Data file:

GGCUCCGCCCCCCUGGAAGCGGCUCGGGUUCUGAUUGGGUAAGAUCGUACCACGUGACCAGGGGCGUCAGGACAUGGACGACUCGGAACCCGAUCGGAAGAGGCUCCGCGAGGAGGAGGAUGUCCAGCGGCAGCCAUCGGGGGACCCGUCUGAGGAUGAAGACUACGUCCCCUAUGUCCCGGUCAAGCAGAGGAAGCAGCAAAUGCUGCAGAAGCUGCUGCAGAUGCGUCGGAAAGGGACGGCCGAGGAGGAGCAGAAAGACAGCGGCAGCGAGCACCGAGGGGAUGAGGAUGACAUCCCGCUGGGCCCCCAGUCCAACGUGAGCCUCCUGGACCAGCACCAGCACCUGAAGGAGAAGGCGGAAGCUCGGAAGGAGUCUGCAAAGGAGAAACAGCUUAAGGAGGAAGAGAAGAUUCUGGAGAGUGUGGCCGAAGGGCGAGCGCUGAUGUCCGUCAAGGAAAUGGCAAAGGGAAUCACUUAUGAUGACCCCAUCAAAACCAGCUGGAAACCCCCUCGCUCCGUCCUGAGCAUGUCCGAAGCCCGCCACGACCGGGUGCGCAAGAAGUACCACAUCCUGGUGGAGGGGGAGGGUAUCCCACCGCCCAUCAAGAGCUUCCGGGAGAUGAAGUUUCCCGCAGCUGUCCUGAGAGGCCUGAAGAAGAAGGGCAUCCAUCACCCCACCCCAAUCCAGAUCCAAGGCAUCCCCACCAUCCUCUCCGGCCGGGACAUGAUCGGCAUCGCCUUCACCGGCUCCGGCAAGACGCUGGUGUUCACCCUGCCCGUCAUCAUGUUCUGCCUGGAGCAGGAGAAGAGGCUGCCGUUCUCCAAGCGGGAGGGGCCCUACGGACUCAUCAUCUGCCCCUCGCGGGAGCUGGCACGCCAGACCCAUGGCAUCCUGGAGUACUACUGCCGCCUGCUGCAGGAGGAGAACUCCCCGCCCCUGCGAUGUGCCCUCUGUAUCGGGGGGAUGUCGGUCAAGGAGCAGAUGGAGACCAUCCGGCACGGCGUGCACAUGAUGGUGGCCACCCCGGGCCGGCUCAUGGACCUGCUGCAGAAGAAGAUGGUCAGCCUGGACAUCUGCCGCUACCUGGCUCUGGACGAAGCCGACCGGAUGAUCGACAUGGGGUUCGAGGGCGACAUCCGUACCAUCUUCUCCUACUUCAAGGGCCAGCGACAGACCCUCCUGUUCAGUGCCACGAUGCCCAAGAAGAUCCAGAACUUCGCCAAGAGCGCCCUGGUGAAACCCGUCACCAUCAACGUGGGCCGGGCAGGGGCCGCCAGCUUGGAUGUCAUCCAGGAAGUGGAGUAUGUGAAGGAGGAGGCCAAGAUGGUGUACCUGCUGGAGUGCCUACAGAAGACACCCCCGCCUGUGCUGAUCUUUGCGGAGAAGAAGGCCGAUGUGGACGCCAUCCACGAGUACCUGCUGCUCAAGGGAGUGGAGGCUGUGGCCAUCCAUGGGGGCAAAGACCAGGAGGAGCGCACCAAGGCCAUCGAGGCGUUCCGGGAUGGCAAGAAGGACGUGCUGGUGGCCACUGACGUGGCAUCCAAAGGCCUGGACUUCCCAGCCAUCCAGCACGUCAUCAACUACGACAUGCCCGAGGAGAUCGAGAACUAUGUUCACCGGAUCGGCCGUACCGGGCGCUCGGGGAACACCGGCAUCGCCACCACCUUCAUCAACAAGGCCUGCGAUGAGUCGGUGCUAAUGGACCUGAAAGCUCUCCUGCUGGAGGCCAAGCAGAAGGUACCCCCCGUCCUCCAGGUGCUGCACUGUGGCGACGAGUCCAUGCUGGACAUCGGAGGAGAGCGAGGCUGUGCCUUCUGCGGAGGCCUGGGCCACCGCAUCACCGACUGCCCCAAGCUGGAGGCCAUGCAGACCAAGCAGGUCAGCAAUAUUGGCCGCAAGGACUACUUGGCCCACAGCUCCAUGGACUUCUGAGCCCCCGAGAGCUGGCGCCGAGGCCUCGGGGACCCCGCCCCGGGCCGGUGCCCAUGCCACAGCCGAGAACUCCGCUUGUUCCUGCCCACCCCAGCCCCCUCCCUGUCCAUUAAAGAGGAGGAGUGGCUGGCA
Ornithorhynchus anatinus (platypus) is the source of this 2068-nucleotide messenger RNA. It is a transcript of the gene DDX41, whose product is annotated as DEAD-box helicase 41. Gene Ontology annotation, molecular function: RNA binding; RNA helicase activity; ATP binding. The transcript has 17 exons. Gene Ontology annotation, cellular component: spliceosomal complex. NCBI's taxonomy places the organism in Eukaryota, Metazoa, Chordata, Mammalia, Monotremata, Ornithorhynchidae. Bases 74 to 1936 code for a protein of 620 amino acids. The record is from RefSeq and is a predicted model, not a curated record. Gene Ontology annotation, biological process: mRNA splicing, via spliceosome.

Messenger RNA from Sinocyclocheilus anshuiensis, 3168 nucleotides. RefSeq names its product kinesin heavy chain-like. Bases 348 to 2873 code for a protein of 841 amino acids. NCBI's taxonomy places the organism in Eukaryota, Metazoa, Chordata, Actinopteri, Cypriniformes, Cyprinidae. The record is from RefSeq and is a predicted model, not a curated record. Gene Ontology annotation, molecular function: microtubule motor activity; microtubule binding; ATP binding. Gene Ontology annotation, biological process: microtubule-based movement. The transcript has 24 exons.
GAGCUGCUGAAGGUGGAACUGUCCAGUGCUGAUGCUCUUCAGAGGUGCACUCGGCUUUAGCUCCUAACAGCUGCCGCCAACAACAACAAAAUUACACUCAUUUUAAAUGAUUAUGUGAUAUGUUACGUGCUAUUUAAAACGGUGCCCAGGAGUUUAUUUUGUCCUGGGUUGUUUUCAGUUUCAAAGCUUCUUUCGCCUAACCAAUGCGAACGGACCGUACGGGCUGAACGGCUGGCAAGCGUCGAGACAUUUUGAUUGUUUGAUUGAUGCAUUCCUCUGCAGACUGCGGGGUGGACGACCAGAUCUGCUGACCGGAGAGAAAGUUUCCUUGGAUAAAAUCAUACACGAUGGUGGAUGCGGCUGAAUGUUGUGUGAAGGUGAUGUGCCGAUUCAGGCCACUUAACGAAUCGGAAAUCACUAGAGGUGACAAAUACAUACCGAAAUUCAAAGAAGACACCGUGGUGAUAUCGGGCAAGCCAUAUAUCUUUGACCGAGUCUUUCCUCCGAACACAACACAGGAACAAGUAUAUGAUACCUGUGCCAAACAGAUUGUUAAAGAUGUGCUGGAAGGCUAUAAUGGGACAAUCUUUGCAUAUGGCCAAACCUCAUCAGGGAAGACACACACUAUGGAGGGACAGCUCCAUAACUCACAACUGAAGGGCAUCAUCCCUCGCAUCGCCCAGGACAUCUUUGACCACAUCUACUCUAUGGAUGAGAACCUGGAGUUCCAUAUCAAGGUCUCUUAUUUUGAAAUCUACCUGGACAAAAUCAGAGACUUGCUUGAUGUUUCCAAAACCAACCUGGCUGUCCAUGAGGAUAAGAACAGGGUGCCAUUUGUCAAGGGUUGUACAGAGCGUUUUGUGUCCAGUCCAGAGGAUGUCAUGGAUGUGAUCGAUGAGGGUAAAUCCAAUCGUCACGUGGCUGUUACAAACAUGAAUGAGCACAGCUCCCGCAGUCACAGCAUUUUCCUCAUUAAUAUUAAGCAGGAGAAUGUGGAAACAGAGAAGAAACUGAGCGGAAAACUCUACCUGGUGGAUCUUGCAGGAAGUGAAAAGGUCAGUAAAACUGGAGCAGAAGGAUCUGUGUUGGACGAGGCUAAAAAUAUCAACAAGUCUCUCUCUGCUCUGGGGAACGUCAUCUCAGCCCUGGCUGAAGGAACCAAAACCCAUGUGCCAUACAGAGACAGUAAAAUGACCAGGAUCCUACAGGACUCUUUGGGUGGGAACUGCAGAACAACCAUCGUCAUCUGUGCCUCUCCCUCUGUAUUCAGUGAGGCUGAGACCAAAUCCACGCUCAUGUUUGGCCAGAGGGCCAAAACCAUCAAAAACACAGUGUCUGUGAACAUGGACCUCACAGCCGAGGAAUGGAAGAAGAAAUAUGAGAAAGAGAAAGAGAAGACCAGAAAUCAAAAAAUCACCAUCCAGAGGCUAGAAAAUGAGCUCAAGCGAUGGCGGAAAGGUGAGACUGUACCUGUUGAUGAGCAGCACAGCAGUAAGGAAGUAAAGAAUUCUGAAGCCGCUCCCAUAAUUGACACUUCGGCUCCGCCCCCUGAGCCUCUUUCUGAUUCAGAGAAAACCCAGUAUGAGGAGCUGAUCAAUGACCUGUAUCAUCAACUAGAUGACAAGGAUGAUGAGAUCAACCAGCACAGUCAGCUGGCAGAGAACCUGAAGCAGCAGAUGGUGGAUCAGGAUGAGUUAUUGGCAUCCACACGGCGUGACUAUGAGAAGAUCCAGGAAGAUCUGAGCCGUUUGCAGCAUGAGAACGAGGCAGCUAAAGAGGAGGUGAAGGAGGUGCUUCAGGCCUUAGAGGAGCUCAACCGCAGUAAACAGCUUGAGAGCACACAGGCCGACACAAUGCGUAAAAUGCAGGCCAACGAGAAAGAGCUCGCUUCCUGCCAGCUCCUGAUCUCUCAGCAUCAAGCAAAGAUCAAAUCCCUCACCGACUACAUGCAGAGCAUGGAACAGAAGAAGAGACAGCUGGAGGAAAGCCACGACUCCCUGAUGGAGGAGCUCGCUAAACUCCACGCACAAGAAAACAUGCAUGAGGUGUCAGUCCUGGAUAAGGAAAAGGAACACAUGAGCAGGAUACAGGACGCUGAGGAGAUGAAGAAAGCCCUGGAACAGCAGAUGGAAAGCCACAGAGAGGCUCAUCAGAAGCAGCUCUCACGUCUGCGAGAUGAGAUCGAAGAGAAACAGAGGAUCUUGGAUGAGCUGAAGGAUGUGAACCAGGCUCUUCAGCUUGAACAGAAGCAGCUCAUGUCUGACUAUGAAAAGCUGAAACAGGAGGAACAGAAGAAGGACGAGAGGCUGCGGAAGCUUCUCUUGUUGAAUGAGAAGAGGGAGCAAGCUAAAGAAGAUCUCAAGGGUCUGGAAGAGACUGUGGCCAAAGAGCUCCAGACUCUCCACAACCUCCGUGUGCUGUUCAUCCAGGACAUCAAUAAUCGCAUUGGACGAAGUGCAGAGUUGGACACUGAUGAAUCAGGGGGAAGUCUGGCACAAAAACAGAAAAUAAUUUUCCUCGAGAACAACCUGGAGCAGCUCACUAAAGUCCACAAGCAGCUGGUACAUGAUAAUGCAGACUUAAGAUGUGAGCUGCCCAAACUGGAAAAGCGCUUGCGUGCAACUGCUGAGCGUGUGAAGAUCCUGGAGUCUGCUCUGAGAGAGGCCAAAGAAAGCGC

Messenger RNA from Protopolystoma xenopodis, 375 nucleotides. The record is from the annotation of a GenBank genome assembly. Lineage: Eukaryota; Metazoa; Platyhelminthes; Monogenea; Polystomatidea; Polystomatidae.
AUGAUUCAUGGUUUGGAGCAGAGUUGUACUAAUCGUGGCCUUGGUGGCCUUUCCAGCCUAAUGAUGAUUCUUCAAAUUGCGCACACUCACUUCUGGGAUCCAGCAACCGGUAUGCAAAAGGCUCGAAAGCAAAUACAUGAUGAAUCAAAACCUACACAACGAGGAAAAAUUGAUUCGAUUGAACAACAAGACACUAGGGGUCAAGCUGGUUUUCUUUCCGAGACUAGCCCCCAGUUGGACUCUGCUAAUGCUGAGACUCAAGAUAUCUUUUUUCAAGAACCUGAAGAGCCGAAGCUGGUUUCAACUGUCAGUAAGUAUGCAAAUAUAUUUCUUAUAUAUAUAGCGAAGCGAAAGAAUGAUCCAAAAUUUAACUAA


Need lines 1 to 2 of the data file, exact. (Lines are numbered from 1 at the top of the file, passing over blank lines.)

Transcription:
GGCUCCGCCCCCCUGGAAGCGGCUCGGGUUCUGAUUGGGUAAGAUCGUACCACGUGACCAGGGGCGUCAGGACAUGGACGACUCGGAACCCGAUCGGAAGAGGCUCCGCGAGGAGGAGGAUGUCCAGCGGCAGCCAUCGGGGGACCCGUCUGAGGAUGAAGACUACGUCCCCUAUGUCCCGGUCAAGCAGAGGAAGCAGCAAAUGCUGCAGAAGCUGCUGCAGAUGCGUCGGAAAGGGACGGCCGAGGAGGAGCAGAAAGACAGCGGCAGCGAGCACCGAGGGGAUGAGGAUGACAUCCCGCUGGGCCCCCAGUCCAACGUGAGCCUCCUGGACCAGCACCAGCACCUGAAGGAGAAGGCGGAAGCUCGGAAGGAGUCUGCAAAGGAGAAACAGCUUAAGGAGGAAGAGAAGAUUCUGGAGAGUGUGGCCGAAGGGCGAGCGCUGAUGUCCGUCAAGGAAAUGGCAAAGGGAAUCACUUAUGAUGACCCCAUCAAAACCAGCUGGAAACCCCCUCGCUCCGUCCUGAGCAUGUCCGAAGCCCGCCACGACCGGGUGCGCAAGAAGUACCACAUCCUGGUGGAGGGGGAGGGUAUCCCACCGCCCAUCAAGAGCUUCCGGGAGAUGAAGUUUCCCGCAGCUGUCCUGAGAGGCCUGAAGAAGAAGGGCAUCCAUCACCCCACCCCAAUCCAGAUCCAAGGCAUCCCCACCAUCCUCUCCGGCCGGGACAUGAUCGGCAUCGCCUUCACCGGCUCCGGCAAGACGCUGGUGUUCACCCUGCCCGUCAUCAUGUUCUGCCUGGAGCAGGAGAAGAGGCUGCCGUUCUCCAAGCGGGAGGGGCCCUACGGACUCAUCAUCUGCCCCUCGCGGGAGCUGGCACGCCAGACCCAUGGCAUCCUGGAGUACUACUGCCGCCUGCUGCAGGAGGAGAACUCCCCGCCCCUGCGAUGUGCCCUCUGUAUCGGGGGGAUGUCGGUCAAGGAGCAGAUGGAGACCAUCCGGCACGGCGUGCACAUGAUGGUGGCCACCCCGGGCCGGCUCAUGGACCUGCUGCAGAAGAAGAUGGUCAGCCUGGACAUCUGCCGCUACCUGGCUCUGGACGAAGCCGACCGGAUGAUCGACAUGGGGUUCGAGGGCGACAUCCGUACCAUCUUCUCCUACUUCAAGGGCCAGCGACAGACCCUCCUGUUCAGUGCCACGAUGCCCAAGAAGAUCCAGAACUUCGCCAAGAGCGCCCUGGUGAAACCCGUCACCAUCAACGUGGGCCGGGCAGGGGCCGCCAGCUUGGAUGUCAUCCAGGAAGUGGAGUAUGUGAAGGAGGAGGCCAAGAUGGUGUACCUGCUGGAGUGCCUACAGAAGACACCCCCGCCUGUGCUGAUCUUUGCGGAGAAGAAGGCCGAUGUGGACGCCAUCCACGAGUACCUGCUGCUCAAGGGAGUGGAGGCUGUGGCCAUCCAUGGGGGCAAAGACCAGGAGGAGCGCACCAAGGCCAUCGAGGCGUUCCGGGAUGGCAAGAAGGACGUGCUGGUGGCCACUGACGUGGCAUCCAAAGGCCUGGACUUCCCAGCCAUCCAGCACGUCAUCAACUACGACAUGCCCGAGGAGAUCGAGAACUAUGUUCACCGGAUCGGCCGUACCGGGCGCUCGGGGAACACCGGCAUCGCCACCACCUUCAUCAACAAGGCCUGCGAUGAGUCGGUGCUAAUGGACCUGAAAGCUCUCCUGCUGGAGGCCAAGCAGAAGGUACCCCCCGUCCUCCAGGUGCUGCACUGUGGCGACGAGUCCAUGCUGGACAUCGGAGGAGAGCGAGGCUGUGCCUUCUGCGGAGGCCUGGGCCACCGCAUCACCGACUGCCCCAAGCUGGAGGCCAUGCAGACCAAGCAGGUCAGCAAUAUUGGCCGCAAGGACUACUUGGCCCACAGCUCCAUGGACUUCUGAGCCCCCGAGAGCUGGCGCCGAGGCCUCGGGGACCCCGCCCCGGGCCGGUGCCCAUGCCACAGCCGAGAACUCCGCUUGUUCCUGCCCACCCCAGCCCCCUCCCUGUCCAUUAAAGAGGAGGAGUGGCUGGCA
Ornithorhynchus anatinus (platypus) is the source of this 2068-nucleotide messenger RNA. It is a transcript of the gene DDX41, whose product is annotated as DEAD-box helicase 41. Gene Ontology annotation, molecular function: RNA binding; RNA helicase activity; ATP binding. The transcript has 17 exons. Gene Ontology annotation, cellular component: spliceosomal complex. NCBI's taxonomy places the organism in Eukaryota, Metazoa, Chordata, Mammalia, Monotremata, Ornithorhynchidae. Bases 74 to 1936 code for a protein of 620 amino acids. The record is from RefSeq and is a predicted model, not a curated record. Gene Ontology annotation, biological process: mRNA splicing, via spliceosome.